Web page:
Not my chain, but it might as well have been. (Photo by Dave Scriven, Creative Commons License).
. . .Where Somebody Will Clean Your Chain
Uncharacteristically I’m going coyly to slide past the obvious innuendo in the title and simply note that recently I had to take Gypsy Rose into the bike spa and it got me thinking about what I value in a really good bike store.
I can see you!
Actually, the title of this post is a lie. If you are a cyclist you know there is no end to the puzzle; there are always new gaps to be filled, new pieces to add. I may, for example, have in the past occasionally mentioned my lack of matching leather bar tape once or quince. But I finally added the last major set of components I need for Gypsy Rose to be fully ready to rando: a full-scale lighting system.
gasp. . .cough. . .splutter. . .
OK, that attempt to imitate a Disney tween singing voice might have been ill-advised. But it is certainly an apt description of my experience thus far with randonneuring.
Posted in Bike Equipment, Life Cycling, Randonneuring
Tagged Adventure Cycling Association, Bicycle Quarterly, biking, brevets, Compass Bicycles, cycle touring, Randonneuring, RUSA, VeloOrange
I recently completed the first set of improvements to the Surly Disc Trucker to bring her in line with what I need for a randonneuring/touring/commuting bike. Also known as the One Bike to Rule Them All.
But first. . .
After trying out several different possibilities, I’m pleased to report that the Trucker now has a name: Gypsy Rose. It was originally Gypsy because it is a bike for roaming the landscape, but the Rose just seemed to want to attach itself (initially, I think because of the color). Not because she really gives off an exotic dancer kind of vibe, but certainly Gypsy Rose Lee was also a free-spirited independent type. As an added bonus, Gypsy Rose sort of does sound as if it could be a trucker CB handle.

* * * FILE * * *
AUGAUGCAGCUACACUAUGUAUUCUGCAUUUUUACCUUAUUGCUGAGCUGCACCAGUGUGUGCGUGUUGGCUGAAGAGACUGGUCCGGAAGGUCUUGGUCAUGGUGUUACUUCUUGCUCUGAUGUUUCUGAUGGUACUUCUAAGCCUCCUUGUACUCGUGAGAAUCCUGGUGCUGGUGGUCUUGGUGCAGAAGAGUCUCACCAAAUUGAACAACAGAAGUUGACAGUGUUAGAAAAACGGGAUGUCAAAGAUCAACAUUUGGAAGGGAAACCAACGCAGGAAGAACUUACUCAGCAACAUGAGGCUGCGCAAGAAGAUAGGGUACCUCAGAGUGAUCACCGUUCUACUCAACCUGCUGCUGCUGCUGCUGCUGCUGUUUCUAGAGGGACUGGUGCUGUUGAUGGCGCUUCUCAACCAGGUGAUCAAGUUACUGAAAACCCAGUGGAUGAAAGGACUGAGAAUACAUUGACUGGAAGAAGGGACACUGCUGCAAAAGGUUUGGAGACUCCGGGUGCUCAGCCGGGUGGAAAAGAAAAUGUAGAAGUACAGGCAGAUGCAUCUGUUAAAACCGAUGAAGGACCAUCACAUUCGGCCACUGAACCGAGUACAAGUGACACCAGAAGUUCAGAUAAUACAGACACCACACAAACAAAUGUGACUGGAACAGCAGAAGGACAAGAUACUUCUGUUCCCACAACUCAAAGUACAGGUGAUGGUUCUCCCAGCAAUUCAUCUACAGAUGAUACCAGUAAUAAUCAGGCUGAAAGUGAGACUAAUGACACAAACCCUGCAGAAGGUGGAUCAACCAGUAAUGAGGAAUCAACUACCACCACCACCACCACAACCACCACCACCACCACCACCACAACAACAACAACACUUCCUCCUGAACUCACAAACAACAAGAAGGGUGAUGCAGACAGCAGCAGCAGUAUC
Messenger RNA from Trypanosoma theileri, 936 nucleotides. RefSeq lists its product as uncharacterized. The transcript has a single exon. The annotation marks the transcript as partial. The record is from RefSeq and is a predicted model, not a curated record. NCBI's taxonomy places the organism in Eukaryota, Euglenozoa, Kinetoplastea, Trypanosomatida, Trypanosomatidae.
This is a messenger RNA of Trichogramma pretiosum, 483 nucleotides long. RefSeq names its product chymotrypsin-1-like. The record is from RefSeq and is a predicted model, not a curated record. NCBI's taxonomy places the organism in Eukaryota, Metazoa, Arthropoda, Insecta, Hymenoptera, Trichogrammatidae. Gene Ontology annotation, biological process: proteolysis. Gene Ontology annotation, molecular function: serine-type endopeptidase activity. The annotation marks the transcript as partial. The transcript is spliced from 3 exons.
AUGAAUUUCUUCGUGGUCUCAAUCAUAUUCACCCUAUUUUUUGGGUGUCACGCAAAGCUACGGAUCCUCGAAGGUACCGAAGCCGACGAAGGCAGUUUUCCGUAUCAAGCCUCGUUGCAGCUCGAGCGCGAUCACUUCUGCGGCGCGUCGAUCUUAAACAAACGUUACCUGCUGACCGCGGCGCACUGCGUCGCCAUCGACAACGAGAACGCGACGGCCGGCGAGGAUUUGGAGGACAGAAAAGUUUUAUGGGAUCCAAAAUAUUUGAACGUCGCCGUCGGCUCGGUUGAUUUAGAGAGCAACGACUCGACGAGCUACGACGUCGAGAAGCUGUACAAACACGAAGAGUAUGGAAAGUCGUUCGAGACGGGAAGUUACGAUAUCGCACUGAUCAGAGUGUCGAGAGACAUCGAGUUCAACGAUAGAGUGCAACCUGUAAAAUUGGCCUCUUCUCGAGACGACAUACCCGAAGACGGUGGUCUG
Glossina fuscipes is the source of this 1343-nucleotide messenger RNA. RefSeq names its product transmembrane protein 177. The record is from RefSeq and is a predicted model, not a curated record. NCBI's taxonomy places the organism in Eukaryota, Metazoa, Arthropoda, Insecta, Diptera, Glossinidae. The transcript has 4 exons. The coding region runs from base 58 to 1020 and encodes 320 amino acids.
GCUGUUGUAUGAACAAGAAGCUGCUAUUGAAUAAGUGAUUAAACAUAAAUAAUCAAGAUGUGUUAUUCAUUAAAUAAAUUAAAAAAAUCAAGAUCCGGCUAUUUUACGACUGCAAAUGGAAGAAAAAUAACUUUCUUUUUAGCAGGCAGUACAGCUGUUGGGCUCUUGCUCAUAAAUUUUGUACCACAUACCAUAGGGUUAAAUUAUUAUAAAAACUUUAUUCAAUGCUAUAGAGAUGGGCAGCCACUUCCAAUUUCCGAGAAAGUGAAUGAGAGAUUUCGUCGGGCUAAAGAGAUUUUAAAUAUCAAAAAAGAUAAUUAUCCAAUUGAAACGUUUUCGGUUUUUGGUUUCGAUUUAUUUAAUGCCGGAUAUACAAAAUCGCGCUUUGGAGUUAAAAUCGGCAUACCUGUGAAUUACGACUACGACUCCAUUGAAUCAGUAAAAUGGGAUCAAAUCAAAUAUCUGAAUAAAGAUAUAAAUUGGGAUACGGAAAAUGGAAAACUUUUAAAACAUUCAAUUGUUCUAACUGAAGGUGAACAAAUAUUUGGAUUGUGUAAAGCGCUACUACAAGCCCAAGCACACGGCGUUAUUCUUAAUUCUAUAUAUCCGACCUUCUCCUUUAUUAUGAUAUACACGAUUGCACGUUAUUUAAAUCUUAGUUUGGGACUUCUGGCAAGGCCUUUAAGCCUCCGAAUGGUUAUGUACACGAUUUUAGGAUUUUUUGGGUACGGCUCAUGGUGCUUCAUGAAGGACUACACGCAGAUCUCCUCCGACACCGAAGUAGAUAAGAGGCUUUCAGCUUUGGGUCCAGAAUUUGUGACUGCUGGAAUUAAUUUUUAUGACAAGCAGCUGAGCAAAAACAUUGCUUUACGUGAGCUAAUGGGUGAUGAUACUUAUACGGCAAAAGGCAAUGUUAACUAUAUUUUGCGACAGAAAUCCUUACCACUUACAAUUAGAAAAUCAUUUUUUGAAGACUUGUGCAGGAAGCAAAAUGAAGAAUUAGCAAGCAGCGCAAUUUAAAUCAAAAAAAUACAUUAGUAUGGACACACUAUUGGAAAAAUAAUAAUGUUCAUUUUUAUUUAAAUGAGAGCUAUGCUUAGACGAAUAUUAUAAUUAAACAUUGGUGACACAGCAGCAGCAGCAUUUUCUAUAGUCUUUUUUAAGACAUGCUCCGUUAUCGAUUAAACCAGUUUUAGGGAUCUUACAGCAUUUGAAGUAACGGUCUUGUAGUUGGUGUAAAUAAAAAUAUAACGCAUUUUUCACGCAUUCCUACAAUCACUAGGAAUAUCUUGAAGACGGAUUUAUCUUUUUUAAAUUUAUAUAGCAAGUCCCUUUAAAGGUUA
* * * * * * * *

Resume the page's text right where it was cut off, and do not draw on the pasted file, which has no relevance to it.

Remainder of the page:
I also found that there’s a name for me! Doing the odd bit of digging around on forums for randonneuring and touring info I came across an established term for people like me who show a marked preference for old-style bikes and bike gear. Now to all the people who know me, prepare to laugh it up, I can take it (please Mommy don’t hurt me): retrogrouch. Yes, I know, too perfect a fit with every other facet of my character. But here’s the interesting thing. I’ve noticed that on the forums it isn’t simply a dismissive term of abuse. Often it is used with an almost grudging admission that the retrogrouches might be on to something. Yes, you can almost hear some users saying, those retrogrouches might have a point about cassettes that are one louder and are right to suggest that people who spend all their time hollowing out the titanium screws on their bikes to save 0.3 grams should seek professional help.
So there we go, the curmudgeon and the stripper. Together at last.
In response to my previous post about new helmet technologies a teammate forwarded a link to the Bicycle Helmet Safety Institute which takes issue with some of the points made in Barcott’s Bicycling magazine article. The BHSI does have a very important objection which I’ll address in a minute. They also point to a number of factual errors in the article and include a list. But their chief concern seems to be that the article “over-stated” its point and was written simply to be “provocative” with the clear implication that that is a bad thing. The BHSI itself relies on over-statement when in its title it suggests that Barcott’s article “has many misleading statements;” by their own admission the factual errors are “minor.” Furthermore, being provocative is not the same thing as being “alarmist.” No one reading Barcott’s article could fail to recognize that there was a lot of research and work that went into this; this is not simply the hack journalist’s “[Fill in the Blank] gives you Cancer!!!!!” story.